When choosing a puppy, don't rush. Visit several dog exhibitions, browse the Internet, talk to dog's owners, get to know some dogs. This will help you to understand, is this really your dreambreed or not.
Decide, whether you need a dog for breeding, an all-round-Universe exhibitions winner, a helper for some particular work (for example, an athlete, a hunter or a bodyguard) or simply a lovely and cheerful companion? This determines the puppy's class and therefore, it's cost. Choosing a puppy: classes of purebred dogs
There are 3 main classes: show, breed and pet. Keep in mind that it is difficult to predict which category a 5-9 month puppy falls into. Only a rough estimation is possible and when getting older, one dog can "move" from one class to another.
Show class is the class of purebred dogs which are fully compliant with the standard which have no flaws and visible shortcomings and have great exhibition potential, that's why these puppies are the most expensive ones.
Breed class are healthy dogs with great pedigree, strong breed temperament and good reproductive characteristics. However, they are not as "beautiful" as show dogs. These are the dogs for breeding.
Pet class are the dogs that have either disqualifying faults or a lot of exterior flaws. These pets are not acceptable for breeding or exhibitions. However, they can be loved family members and companions. These dogs are the cheapest. Where to get a puppy from?
It is better to get a puppy from a well known kennel with a good reputation. If you need a working dog, look for a kennel that specializes in these types of dogs.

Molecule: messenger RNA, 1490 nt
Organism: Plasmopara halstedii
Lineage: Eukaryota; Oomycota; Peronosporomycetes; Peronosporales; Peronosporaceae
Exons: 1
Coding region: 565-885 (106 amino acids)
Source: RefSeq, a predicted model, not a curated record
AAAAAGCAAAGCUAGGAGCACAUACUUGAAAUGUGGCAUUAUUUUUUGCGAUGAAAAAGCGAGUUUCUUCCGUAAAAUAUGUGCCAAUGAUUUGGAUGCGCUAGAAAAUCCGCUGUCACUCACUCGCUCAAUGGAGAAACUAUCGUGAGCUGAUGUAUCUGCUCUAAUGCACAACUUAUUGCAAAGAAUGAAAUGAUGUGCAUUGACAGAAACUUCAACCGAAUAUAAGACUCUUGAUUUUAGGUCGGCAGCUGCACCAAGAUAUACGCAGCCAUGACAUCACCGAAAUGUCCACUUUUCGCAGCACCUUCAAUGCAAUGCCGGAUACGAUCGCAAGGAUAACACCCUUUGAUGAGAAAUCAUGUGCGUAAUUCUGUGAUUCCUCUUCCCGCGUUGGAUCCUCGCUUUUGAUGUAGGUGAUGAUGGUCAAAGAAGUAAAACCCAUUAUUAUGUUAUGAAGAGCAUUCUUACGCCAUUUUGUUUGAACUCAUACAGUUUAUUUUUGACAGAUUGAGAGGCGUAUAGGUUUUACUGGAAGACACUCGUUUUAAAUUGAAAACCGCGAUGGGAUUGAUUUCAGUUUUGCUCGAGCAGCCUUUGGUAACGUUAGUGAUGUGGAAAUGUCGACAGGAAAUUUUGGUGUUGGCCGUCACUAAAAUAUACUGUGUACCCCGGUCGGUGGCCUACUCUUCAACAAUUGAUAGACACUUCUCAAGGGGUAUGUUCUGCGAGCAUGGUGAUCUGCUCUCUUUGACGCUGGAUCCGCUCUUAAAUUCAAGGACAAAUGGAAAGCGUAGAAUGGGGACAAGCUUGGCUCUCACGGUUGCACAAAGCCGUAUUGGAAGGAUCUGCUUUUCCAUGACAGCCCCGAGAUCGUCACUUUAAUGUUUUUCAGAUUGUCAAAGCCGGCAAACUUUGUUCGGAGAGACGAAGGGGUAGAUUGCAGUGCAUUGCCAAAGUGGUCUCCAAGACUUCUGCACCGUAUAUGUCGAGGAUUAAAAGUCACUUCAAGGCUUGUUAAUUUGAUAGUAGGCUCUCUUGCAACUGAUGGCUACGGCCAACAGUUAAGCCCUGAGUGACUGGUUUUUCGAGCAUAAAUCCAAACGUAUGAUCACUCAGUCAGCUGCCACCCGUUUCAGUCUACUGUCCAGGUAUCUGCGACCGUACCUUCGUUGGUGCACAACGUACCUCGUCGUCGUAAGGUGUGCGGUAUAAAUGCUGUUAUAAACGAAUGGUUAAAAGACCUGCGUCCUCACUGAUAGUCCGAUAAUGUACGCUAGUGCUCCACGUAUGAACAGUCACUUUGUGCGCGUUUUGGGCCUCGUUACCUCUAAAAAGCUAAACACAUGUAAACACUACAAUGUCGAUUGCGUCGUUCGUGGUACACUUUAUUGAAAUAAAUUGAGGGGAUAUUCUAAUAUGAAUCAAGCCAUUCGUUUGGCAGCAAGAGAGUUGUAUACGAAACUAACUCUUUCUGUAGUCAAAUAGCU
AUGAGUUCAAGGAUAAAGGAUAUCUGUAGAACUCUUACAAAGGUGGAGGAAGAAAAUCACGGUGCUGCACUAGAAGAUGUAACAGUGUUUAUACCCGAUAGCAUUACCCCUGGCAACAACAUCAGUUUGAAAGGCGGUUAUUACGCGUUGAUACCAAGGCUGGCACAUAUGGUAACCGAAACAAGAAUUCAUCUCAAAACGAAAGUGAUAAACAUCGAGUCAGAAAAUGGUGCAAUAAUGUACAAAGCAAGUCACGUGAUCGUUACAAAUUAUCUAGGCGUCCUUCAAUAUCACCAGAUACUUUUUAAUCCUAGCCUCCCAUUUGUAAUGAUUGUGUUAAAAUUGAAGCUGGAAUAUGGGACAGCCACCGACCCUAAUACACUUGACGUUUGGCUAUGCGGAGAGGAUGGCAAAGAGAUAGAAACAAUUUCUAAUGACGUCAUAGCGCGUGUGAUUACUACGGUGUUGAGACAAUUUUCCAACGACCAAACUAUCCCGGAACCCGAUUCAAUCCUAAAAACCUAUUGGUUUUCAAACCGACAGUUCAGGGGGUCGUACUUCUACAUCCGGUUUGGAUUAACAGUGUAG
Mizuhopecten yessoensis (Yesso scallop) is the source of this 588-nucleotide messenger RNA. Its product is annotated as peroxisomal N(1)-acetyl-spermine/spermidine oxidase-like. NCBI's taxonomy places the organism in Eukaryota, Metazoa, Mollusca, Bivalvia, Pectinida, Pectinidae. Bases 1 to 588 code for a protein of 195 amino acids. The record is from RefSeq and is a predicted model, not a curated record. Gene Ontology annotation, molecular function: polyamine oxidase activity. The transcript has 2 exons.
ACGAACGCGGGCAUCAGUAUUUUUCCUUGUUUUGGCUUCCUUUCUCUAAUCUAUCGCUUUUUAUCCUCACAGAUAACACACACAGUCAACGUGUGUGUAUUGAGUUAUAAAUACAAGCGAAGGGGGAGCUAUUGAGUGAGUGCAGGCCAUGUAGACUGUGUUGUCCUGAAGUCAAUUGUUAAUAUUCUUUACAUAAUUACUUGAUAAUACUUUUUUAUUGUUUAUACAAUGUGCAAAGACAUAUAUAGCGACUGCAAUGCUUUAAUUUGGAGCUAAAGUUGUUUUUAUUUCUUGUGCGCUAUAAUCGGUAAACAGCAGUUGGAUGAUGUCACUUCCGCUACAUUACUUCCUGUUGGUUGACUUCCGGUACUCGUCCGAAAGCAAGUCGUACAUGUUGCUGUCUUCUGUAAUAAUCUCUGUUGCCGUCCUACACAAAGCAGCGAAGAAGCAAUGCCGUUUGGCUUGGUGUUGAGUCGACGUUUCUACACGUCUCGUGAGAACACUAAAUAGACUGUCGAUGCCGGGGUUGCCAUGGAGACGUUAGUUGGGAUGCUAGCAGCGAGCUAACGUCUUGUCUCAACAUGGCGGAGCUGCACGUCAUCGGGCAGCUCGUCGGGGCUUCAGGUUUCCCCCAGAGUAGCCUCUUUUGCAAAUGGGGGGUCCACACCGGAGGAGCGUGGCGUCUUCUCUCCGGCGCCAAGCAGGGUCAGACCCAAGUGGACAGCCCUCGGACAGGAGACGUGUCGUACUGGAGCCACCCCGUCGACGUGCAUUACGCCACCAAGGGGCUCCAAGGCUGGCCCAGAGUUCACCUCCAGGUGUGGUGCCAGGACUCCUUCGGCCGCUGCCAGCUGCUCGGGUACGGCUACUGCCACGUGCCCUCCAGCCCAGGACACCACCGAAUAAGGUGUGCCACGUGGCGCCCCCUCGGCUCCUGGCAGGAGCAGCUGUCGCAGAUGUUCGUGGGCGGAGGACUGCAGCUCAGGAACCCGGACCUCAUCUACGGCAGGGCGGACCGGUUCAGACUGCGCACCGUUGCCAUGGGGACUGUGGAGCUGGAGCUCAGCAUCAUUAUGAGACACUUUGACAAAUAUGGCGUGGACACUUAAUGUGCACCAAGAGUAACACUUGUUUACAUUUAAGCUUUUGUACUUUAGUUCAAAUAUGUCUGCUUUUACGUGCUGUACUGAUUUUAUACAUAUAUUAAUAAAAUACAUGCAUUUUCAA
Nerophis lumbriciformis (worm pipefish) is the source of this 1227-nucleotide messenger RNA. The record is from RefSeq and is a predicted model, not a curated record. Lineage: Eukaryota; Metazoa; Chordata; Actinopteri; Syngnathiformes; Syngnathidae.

A conscientious breeder will ask you a lot of questions about what you want the dog for, in what conditions it will live and he will help you to choose a puppy which is best for you.
Do not hesitate to ask questions - the more the better. Don't be afraid to look like a nerd. "Were there genetic diseases in your puppy's ancestors? What do puppies eat and how often. Have veterinary treatments been carried out? If so, which ones and what are the next to come?"
A good breeder will love your enthusiasm and interest, but if he gets annoyed or tries to ignore the questions, it's better to look for another kennel. Points to consider when choosing a puppy
- Meet the parents of a potential pet and learn their pedigrees. Ensure that the parents are not close relatives, this may lead to many troubles with their offspring.
- Ask to see the documents for breeding and puppies and results of medical examinations. Take a thorough look at the puppy's mother, it should be healthy, not exhausted and balanced. It should actively lick and feed its puppies and show no signs of aggression.
- Decide whether you want to have a female or a male, each sex has its pros and cons.
A male won't give birth to unwanted puppies and it doesn't have oestrus. Males are said to be more compliant with the standard, mostly because the standard is written based on males characteristics. In exhibitions males win more often than females.
Males are more aggressive and independent, they often run away in search of adventures and it is also believed that they are harder to train.
If you choose to get a female, you can plan to get it's offspring (of course, if it is healthy). As a rule, females are more loyal affectionate and they rarely run away. However, there's always a risk of getting unwanted puppies and also be ready to be attacked by males when your female has oestrus. However, sterilization may free you from this.